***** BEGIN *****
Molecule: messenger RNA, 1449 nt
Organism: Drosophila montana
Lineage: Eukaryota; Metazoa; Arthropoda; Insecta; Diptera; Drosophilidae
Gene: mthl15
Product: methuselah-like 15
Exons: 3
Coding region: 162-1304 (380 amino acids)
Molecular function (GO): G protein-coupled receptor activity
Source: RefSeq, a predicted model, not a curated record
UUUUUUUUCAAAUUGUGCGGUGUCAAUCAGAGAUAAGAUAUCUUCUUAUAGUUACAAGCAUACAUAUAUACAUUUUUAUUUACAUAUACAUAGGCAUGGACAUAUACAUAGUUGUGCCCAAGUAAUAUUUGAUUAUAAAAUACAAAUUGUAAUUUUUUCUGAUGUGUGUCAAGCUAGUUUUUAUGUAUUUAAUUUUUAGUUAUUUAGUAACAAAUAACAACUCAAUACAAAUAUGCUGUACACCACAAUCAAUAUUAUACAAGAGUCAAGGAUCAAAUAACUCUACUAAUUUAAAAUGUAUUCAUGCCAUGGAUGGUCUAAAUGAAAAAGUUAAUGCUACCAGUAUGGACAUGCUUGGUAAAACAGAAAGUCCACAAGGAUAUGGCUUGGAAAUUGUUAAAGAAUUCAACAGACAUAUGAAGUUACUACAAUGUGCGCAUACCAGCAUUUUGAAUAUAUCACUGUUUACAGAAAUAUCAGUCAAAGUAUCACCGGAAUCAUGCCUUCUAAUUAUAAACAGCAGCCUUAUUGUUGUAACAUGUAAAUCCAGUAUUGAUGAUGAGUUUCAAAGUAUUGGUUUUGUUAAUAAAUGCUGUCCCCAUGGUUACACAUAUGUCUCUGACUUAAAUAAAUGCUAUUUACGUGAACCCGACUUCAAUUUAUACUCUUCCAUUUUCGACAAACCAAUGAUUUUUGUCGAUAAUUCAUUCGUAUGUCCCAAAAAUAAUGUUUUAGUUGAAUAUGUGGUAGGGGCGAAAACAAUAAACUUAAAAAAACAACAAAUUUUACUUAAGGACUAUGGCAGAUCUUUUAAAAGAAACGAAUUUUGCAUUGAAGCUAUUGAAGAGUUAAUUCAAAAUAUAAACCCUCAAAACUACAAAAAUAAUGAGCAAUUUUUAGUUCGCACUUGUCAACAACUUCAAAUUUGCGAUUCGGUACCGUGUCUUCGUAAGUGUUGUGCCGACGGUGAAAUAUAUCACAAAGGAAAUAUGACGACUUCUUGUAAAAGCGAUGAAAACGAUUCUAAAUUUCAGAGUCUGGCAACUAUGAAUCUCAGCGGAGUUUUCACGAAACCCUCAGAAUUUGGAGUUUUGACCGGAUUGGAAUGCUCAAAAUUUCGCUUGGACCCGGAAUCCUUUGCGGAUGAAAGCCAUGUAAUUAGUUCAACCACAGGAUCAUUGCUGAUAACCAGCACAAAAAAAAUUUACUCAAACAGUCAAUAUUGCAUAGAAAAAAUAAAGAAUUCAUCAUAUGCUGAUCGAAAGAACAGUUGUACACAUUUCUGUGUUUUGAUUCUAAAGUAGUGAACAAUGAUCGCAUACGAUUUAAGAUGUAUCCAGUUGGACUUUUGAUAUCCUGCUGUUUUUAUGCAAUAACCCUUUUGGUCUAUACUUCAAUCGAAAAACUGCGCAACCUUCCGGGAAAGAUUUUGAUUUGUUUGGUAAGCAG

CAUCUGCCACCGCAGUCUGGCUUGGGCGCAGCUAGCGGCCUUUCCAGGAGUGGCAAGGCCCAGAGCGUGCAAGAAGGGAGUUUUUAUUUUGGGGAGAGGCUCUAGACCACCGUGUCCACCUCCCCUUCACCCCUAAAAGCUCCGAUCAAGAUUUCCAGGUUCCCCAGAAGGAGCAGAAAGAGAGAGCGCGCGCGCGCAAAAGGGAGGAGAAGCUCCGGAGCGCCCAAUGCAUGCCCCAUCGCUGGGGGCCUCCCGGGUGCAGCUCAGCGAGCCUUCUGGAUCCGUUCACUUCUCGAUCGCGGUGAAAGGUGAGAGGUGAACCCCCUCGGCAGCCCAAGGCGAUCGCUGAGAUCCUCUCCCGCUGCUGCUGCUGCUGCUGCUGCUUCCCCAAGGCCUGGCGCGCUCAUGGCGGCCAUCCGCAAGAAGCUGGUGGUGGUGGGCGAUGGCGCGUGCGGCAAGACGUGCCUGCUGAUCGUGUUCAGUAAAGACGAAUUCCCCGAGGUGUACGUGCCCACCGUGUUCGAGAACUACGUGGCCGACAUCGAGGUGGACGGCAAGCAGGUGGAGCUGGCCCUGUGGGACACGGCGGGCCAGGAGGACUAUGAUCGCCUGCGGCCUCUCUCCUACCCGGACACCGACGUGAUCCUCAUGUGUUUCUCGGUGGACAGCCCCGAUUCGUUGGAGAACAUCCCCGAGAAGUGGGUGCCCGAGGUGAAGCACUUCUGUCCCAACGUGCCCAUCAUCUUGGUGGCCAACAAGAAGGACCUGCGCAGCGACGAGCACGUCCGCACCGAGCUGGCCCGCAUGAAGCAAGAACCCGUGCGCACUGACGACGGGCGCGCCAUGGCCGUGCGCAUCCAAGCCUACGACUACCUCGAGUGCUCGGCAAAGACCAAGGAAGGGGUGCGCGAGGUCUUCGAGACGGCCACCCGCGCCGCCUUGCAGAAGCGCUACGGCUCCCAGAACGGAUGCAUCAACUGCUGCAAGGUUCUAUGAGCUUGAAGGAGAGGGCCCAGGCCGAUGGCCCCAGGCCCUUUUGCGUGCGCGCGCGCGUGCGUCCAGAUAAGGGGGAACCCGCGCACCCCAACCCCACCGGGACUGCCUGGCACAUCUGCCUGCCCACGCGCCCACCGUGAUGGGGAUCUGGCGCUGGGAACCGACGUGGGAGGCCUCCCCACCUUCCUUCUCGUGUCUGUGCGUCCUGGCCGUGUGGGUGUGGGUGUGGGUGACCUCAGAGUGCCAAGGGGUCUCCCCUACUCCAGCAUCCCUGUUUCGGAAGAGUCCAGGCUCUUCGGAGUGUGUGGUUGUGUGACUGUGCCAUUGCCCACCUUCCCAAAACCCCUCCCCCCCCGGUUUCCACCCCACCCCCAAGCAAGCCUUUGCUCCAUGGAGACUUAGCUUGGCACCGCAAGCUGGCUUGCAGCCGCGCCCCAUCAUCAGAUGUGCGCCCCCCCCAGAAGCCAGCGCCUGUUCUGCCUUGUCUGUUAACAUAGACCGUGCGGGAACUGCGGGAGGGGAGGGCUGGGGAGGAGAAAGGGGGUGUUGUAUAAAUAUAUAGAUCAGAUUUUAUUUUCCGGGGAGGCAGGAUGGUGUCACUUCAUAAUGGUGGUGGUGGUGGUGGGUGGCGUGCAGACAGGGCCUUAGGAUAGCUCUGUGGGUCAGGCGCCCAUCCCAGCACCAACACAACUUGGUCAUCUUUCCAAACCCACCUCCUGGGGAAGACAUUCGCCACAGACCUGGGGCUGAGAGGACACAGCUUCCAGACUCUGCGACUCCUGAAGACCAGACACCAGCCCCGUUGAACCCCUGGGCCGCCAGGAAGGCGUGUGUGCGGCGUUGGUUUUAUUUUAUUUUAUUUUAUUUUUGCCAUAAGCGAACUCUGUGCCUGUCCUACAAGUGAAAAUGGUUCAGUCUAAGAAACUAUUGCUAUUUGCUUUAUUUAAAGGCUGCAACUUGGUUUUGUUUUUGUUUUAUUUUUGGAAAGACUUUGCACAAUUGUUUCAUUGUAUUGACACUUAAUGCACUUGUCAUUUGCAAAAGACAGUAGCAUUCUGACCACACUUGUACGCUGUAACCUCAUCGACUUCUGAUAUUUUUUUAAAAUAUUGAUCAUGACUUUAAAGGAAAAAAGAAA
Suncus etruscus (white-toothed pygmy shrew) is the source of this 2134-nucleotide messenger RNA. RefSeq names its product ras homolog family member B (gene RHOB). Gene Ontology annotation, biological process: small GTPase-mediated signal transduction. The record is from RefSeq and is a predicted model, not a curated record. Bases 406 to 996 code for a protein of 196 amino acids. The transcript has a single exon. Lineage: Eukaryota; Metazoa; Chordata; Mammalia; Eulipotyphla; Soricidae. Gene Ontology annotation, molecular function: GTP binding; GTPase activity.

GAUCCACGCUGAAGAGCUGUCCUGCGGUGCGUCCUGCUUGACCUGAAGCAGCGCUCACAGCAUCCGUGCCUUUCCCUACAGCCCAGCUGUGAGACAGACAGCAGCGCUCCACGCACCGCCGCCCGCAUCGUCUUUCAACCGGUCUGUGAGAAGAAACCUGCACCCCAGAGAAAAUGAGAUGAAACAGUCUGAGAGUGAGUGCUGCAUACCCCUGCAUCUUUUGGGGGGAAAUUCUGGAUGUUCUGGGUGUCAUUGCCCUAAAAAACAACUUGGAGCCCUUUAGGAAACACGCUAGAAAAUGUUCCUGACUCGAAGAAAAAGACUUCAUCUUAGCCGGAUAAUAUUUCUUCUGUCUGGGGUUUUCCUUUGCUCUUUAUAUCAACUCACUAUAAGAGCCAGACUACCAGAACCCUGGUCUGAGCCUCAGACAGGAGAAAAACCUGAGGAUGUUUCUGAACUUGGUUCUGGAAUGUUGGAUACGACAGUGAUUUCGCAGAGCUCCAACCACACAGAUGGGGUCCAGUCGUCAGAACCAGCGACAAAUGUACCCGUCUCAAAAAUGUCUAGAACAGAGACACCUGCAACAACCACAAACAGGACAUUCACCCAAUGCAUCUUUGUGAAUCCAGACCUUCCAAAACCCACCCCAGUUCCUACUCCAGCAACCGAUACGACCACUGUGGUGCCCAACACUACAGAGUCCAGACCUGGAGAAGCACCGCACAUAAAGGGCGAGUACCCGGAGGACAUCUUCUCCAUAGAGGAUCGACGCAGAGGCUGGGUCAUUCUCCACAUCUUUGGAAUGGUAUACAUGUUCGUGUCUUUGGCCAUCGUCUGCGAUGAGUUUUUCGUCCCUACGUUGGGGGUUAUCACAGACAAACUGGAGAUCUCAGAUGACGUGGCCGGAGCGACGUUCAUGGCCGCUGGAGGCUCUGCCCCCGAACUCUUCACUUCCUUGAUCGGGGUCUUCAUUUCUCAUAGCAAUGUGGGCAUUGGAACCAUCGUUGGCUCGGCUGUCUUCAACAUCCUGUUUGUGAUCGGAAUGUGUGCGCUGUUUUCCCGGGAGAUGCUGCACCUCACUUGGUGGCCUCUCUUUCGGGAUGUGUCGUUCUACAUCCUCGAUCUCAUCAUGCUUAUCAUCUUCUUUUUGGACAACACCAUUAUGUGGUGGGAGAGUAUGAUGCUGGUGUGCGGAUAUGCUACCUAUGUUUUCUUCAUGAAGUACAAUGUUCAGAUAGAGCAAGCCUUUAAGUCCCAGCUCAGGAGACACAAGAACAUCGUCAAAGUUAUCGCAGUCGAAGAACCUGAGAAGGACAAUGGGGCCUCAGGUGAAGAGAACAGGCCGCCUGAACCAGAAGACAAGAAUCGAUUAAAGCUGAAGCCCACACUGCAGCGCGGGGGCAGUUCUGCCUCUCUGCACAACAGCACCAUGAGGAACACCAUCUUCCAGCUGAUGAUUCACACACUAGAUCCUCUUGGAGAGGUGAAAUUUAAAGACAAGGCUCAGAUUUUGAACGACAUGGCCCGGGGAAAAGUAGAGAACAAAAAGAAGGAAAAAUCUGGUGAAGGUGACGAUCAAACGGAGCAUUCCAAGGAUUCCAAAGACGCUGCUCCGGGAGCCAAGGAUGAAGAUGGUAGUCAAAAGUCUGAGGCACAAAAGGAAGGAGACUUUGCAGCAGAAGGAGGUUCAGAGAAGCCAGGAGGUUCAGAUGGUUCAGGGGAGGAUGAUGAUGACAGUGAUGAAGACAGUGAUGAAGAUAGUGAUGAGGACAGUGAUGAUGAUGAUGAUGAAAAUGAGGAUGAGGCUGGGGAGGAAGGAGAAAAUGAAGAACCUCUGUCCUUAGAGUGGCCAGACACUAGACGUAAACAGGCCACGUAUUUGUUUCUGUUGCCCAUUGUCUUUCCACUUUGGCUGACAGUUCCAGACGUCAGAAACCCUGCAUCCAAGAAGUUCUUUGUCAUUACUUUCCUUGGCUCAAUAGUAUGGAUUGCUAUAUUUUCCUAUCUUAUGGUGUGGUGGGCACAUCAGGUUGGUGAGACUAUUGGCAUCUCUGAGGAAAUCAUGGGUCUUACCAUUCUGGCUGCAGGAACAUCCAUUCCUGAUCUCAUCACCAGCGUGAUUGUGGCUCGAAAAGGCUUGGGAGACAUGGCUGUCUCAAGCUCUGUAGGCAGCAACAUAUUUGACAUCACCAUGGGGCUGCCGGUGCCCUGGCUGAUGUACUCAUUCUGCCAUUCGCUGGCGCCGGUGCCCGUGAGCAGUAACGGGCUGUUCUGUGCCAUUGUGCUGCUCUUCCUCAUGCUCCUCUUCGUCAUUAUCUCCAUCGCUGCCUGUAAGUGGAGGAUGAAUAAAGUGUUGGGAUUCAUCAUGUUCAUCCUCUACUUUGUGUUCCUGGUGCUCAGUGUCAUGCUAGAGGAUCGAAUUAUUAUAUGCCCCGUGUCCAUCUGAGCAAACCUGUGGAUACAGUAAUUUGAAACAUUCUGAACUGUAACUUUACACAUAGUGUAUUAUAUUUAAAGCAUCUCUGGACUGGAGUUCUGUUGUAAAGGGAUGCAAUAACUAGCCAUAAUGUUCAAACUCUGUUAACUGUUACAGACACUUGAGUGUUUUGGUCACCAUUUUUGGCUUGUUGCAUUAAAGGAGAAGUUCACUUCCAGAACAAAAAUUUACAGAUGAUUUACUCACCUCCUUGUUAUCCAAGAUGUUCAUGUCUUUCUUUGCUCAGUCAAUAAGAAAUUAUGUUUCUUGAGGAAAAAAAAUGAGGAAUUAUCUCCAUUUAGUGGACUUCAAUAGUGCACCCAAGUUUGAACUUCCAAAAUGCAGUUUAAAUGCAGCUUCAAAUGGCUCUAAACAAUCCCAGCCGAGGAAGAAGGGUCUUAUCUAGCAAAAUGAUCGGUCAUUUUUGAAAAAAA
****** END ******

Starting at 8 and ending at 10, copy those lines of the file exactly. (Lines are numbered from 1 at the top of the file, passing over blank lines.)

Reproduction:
Molecular function (GO): G protein-coupled receptor activity
Source: RefSeq, a predicted model, not a curated record
UUUUUUUUCAAAUUGUGCGGUGUCAAUCAGAGAUAAGAUAUCUUCUUAUAGUUACAAGCAUACAUAUAUACAUUUUUAUUUACAUAUACAUAGGCAUGGACAUAUACAUAGUUGUGCCCAAGUAAUAUUUGAUUAUAAAAUACAAAUUGUAAUUUUUUCUGAUGUGUGUCAAGCUAGUUUUUAUGUAUUUAAUUUUUAGUUAUUUAGUAACAAAUAACAACUCAAUACAAAUAUGCUGUACACCACAAUCAAUAUUAUACAAGAGUCAAGGAUCAAAUAACUCUACUAAUUUAAAAUGUAUUCAUGCCAUGGAUGGUCUAAAUGAAAAAGUUAAUGCUACCAGUAUGGACAUGCUUGGUAAAACAGAAAGUCCACAAGGAUAUGGCUUGGAAAUUGUUAAAGAAUUCAACAGACAUAUGAAGUUACUACAAUGUGCGCAUACCAGCAUUUUGAAUAUAUCACUGUUUACAGAAAUAUCAGUCAAAGUAUCACCGGAAUCAUGCCUUCUAAUUAUAAACAGCAGCCUUAUUGUUGUAACAUGUAAAUCCAGUAUUGAUGAUGAGUUUCAAAGUAUUGGUUUUGUUAAUAAAUGCUGUCCCCAUGGUUACACAUAUGUCUCUGACUUAAAUAAAUGCUAUUUACGUGAACCCGACUUCAAUUUAUACUCUUCCAUUUUCGACAAACCAAUGAUUUUUGUCGAUAAUUCAUUCGUAUGUCCCAAAAAUAAUGUUUUAGUUGAAUAUGUGGUAGGGGCGAAAACAAUAAACUUAAAAAAACAACAAAUUUUACUUAAGGACUAUGGCAGAUCUUUUAAAAGAAACGAAUUUUGCAUUGAAGCUAUUGAAGAGUUAAUUCAAAAUAUAAACCCUCAAAACUACAAAAAUAAUGAGCAAUUUUUAGUUCGCACUUGUCAACAACUUCAAAUUUGCGAUUCGGUACCGUGUCUUCGUAAGUGUUGUGCCGACGGUGAAAUAUAUCACAAAGGAAAUAUGACGACUUCUUGUAAAAGCGAUGAAAACGAUUCUAAAUUUCAGAGUCUGGCAACUAUGAAUCUCAGCGGAGUUUUCACGAAACCCUCAGAAUUUGGAGUUUUGACCGGAUUGGAAUGCUCAAAAUUUCGCUUGGACCCGGAAUCCUUUGCGGAUGAAAGCCAUGUAAUUAGUUCAACCACAGGAUCAUUGCUGAUAACCAGCACAAAAAAAAUUUACUCAAACAGUCAAUAUUGCAUAGAAAAAAUAAAGAAUUCAUCAUAUGCUGAUCGAAAGAACAGUUGUACACAUUUCUGUGUUUUGAUUCUAAAGUAGUGAACAAUGAUCGCAUACGAUUUAAGAUGUAUCCAGUUGGACUUUUGAUAUCCUGCUGUUUUUAUGCAAUAACCCUUUUGGUCUAUACUUCAAUCGAAAAACUGCGCAACCUUCCGGGAAAGAUUUUGAUUUGUUUGGUAAGCAG